The H2 buffer is heavier than the standard H buffer. It weighs 4.7 ounces using 2 steel and 2 tungsten weights. It is the best option for a carbine-length gas system with a 16 inch barrel and works with a mid-length gas system. It can produce more felt recoil when paired with pistol-length gas systems, but it is the best option compared to the standard H buffer.
You should not use it in a rifle designed to use subsonic .300 Blackout with a pistol-length gas system since it can fail to fully cycle the gun.
The H3 buffer is one of heaviest options and weighs 5 ounces using 3 tungsten weights. This buffer is best in very short AR-15 builds, usually 5.56 guns with 9 inch to 11 inch barrels using pistol-length gas systems. This helps keep felt recoil down in such a short system.
When combined with the appropriate spacer (0.76 inches to 0.875 inches total), an H3 buffer can be used instead of a conventional 9mm buffer since they weigh roughly the same. If you don’t have spacers, U.S. quarters can be used as an alternative.
The HSS buffer is even more focused on AR9s and usually weighs 6.5 ounces using custom weights. These weights can be made of tungsten combined with a stainless steel housing. These are specifically used to reduce recoil for over-gassed AR9s that still have heavy recoil using AR9 specific buffers or H3 buffers
The XH buffer is for the most high recoiling platforms and weighs 8.5 ounces using 5 steel weights and a spacer. These are designed for 9mm +P AR9s and .308 or 6.5 Creedmoor rifles. These generally won’t work with standard 5.56 rifles, but they can work in pistol-length gas systems with larger-than-normal gas ports.
This type of buffer is no longer used. It was the buffer style used in the original fixed stock M16, but today all buffers follow the carbine pattern. If you encounter one, it may indicate that the rifle you have is an original piece.
Additional Buffer Considerations
While most buffer sets are compatible across most AR-15 lowers, there are some exceptions. This either comes from larger calibers or specialized needs.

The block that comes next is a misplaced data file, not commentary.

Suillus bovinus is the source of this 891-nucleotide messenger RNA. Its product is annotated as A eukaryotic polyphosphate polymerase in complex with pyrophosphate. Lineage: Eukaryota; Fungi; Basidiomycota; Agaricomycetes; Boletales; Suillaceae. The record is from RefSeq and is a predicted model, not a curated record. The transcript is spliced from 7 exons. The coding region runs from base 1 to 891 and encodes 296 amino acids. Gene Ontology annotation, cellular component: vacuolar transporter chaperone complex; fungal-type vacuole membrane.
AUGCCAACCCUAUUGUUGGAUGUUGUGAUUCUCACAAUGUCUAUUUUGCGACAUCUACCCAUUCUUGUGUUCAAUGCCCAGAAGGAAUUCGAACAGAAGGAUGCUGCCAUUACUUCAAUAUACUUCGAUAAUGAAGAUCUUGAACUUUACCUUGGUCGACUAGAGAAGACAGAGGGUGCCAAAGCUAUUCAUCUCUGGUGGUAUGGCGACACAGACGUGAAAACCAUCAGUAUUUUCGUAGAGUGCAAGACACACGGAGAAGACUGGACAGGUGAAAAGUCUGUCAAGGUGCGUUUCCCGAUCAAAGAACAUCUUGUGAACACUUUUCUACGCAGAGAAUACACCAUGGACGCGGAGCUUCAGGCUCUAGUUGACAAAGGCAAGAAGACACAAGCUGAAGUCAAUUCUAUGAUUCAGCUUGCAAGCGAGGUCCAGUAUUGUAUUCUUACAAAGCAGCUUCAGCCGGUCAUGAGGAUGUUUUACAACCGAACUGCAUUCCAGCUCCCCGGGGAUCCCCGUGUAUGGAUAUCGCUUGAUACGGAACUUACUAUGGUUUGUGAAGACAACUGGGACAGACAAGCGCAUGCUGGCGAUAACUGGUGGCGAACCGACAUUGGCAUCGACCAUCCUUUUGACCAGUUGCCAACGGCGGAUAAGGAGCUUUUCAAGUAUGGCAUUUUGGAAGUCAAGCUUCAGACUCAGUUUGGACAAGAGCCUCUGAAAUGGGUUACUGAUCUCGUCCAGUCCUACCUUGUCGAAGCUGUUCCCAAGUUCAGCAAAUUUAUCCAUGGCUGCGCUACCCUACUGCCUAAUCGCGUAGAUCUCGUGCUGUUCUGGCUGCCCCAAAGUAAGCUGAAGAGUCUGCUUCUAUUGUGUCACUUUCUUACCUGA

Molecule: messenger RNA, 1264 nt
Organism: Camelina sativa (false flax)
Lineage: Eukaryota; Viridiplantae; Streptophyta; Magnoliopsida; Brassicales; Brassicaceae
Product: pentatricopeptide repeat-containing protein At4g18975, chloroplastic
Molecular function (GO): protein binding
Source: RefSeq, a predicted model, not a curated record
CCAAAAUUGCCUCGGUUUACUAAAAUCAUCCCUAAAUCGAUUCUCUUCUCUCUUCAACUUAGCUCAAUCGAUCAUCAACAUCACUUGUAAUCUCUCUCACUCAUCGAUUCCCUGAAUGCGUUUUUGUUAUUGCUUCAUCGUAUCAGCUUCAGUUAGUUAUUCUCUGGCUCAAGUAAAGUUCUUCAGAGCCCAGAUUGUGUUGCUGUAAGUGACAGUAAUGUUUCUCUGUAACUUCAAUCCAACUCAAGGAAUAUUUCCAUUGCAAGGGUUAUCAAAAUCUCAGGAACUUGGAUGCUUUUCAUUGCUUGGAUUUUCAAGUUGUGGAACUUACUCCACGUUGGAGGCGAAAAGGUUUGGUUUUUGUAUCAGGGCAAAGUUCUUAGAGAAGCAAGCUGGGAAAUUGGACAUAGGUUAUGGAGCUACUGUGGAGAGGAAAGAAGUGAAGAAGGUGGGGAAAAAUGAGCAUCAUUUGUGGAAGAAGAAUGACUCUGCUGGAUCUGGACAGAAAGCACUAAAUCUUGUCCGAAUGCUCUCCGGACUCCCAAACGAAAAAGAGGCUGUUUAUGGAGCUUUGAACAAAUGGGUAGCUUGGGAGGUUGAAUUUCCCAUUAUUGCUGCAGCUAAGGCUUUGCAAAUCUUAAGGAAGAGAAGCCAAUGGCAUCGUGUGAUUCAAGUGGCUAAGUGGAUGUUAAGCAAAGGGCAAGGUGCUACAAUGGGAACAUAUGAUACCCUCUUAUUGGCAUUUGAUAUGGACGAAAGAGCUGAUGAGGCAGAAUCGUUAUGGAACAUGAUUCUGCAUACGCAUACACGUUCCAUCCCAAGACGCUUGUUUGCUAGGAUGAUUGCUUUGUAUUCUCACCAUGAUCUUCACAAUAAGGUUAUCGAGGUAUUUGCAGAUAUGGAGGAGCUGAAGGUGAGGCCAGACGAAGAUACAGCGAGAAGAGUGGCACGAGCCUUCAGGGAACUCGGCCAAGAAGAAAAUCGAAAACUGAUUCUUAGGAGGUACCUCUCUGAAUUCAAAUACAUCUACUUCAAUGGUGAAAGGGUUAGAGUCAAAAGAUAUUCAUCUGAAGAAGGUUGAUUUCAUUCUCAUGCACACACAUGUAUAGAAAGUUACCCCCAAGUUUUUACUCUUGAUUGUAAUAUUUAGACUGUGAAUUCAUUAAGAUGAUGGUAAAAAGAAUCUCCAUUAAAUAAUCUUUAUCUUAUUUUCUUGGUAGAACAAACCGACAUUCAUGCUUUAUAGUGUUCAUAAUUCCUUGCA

AR9s generally run the best with specially designed buffers. But this is not always the case. Heavier buffers like those mentioned above can be used with AR9 platforms. This is because more mass is needed in an AR9 because it is a direct blowback system. The bolt carrier and buffer provide the necessary mass to seal and cycle the gun.
While the buffer tube is interchangeable between the AR-308/AR-10 and the AR-15, the buffers themselves need special attention. This is to ensure the correct level of bolt travel in the large caliber system.
Most modern AR-308s and AR-10 use a mid length gas system and a carbine tube while using a buffer weight ranging from 3.8 to 5.5 ounces for the best results. DPMS style AR-308s require a carbine length tube while other options just need to be matched with the correct tube/buffer combo. For instance rifle length with rifle buffer, carbine with carbine.
Choosing the correct buffer and tinkering with buffer weights is a great way to optimize your rifle for the best performance. However if you tune your rifle too much it may have trouble using a wide variety of ammunition or working outside of your tuned parameters. This is mostly found in suppressed rifles or other high stress guns.
You need to determine if the buffer selection effort is worth the time and cost for refining your rifle. If it is not, the standard buffer your rifle came with will be enough.